Along with the rest of South West England, Weston has a temperate climate which is generally wetter and milder than the rest of the country. The annual mean temperature is approximately 10 C (50.0 F). Seasonal temperature variation is less extreme than most of the United Kingdom because of the adjacent sea temperatures. The summer months of July and August are the warmest with mean daily maxima of approximately 21 C (69.8 F). In winter mean minimum temperatures of 1 C (33.8 F) or 2 C (35.6 F) are common. In the summer the Azores high pressure affects the south-west of England, however convective cloud sometimes forms inland, reducing the number of hours of sunshine. Annual sunshine rates are slightly less than the regional average of 1,600 hours. In December 1998 there were 20 days without sun recorded at Yeovilton. Most the rainfall in the south-west is caused by Atlantic depressions or by convection. Most of the rainfall in autumn and winter is caused by the Atlantic depressions, which is when they are most active. In summer, a large proportion of the rainfall is caused by sun heating the ground leading to convection and to showers and thunderstorms. Average rainfall is around 700 mm (28 in). About 815 days of snowfall is typical. November to March have the highest mean wind speeds, and June to August have the lightest winds. The predominant wind direction is from the south-west.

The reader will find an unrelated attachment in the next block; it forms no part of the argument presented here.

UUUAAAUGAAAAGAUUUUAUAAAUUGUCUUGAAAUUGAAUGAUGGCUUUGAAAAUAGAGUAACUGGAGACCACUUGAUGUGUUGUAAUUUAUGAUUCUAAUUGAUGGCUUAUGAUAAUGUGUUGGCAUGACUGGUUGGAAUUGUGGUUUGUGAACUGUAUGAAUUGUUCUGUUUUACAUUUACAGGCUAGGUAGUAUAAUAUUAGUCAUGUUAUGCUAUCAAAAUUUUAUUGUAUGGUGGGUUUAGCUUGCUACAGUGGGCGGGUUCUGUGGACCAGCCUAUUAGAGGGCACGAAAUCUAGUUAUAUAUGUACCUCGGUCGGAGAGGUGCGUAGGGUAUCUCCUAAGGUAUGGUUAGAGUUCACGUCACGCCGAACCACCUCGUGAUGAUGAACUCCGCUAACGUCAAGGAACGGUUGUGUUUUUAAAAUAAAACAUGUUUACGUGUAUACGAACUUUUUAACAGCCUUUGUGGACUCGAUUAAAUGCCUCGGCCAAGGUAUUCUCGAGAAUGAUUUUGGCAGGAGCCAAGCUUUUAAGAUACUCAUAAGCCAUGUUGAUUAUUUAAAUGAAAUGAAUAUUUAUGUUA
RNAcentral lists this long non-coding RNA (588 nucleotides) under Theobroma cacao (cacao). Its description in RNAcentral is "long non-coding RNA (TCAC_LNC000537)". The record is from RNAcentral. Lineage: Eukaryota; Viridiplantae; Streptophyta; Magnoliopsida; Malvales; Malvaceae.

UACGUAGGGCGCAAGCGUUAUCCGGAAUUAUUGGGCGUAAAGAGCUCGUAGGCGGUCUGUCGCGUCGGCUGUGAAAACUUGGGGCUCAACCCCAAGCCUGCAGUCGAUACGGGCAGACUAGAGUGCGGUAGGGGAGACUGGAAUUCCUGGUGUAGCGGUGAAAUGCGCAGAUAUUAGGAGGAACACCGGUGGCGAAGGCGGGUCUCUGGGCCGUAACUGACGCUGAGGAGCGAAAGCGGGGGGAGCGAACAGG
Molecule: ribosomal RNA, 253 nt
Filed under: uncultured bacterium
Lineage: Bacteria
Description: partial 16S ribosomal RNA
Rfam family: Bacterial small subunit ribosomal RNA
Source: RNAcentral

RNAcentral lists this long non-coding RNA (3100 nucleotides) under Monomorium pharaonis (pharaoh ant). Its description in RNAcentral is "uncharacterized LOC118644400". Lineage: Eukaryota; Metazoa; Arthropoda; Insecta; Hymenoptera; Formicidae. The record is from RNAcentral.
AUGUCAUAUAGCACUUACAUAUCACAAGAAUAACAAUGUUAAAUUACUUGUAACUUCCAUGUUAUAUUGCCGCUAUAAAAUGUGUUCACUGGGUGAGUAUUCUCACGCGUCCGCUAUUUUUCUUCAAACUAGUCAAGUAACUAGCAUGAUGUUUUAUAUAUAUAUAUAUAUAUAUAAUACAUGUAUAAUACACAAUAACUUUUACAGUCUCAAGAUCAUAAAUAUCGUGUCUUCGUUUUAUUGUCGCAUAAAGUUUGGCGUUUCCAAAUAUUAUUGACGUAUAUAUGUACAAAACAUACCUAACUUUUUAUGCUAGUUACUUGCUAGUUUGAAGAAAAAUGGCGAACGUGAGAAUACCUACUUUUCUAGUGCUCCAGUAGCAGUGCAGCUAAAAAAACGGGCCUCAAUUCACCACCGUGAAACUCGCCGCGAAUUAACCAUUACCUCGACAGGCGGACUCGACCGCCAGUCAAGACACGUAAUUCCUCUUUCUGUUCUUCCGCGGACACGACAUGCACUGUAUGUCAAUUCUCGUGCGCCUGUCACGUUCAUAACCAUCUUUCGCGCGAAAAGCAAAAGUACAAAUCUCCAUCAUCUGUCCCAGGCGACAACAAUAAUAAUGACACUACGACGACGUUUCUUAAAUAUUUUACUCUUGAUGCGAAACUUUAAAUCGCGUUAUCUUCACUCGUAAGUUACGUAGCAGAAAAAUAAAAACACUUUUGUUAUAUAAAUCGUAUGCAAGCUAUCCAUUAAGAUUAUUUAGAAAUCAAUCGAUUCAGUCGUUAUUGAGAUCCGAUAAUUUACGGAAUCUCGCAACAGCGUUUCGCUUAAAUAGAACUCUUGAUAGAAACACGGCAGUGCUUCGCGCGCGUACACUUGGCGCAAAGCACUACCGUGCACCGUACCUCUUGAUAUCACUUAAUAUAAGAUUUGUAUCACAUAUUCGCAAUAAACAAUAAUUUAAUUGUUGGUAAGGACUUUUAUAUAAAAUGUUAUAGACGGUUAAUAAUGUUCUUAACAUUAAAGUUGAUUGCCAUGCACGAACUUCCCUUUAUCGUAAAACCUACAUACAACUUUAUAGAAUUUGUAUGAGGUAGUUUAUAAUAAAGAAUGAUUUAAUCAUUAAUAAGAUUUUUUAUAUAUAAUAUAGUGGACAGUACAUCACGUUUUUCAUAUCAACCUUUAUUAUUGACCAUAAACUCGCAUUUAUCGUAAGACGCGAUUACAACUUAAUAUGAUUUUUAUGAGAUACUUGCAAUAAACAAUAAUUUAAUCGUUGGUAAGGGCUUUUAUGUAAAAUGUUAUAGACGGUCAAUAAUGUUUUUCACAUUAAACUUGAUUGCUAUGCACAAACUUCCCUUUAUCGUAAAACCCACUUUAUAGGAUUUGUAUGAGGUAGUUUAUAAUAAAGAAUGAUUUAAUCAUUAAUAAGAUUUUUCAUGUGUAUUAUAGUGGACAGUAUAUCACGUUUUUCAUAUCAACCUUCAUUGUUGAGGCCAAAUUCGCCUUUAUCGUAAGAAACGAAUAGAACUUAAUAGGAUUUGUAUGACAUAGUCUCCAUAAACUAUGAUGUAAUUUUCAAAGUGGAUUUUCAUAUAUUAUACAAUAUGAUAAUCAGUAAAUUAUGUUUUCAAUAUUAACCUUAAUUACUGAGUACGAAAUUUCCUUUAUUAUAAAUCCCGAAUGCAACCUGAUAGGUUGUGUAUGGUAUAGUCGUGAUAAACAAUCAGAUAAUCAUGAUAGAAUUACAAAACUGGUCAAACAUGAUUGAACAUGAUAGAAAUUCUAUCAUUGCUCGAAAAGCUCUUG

Transportation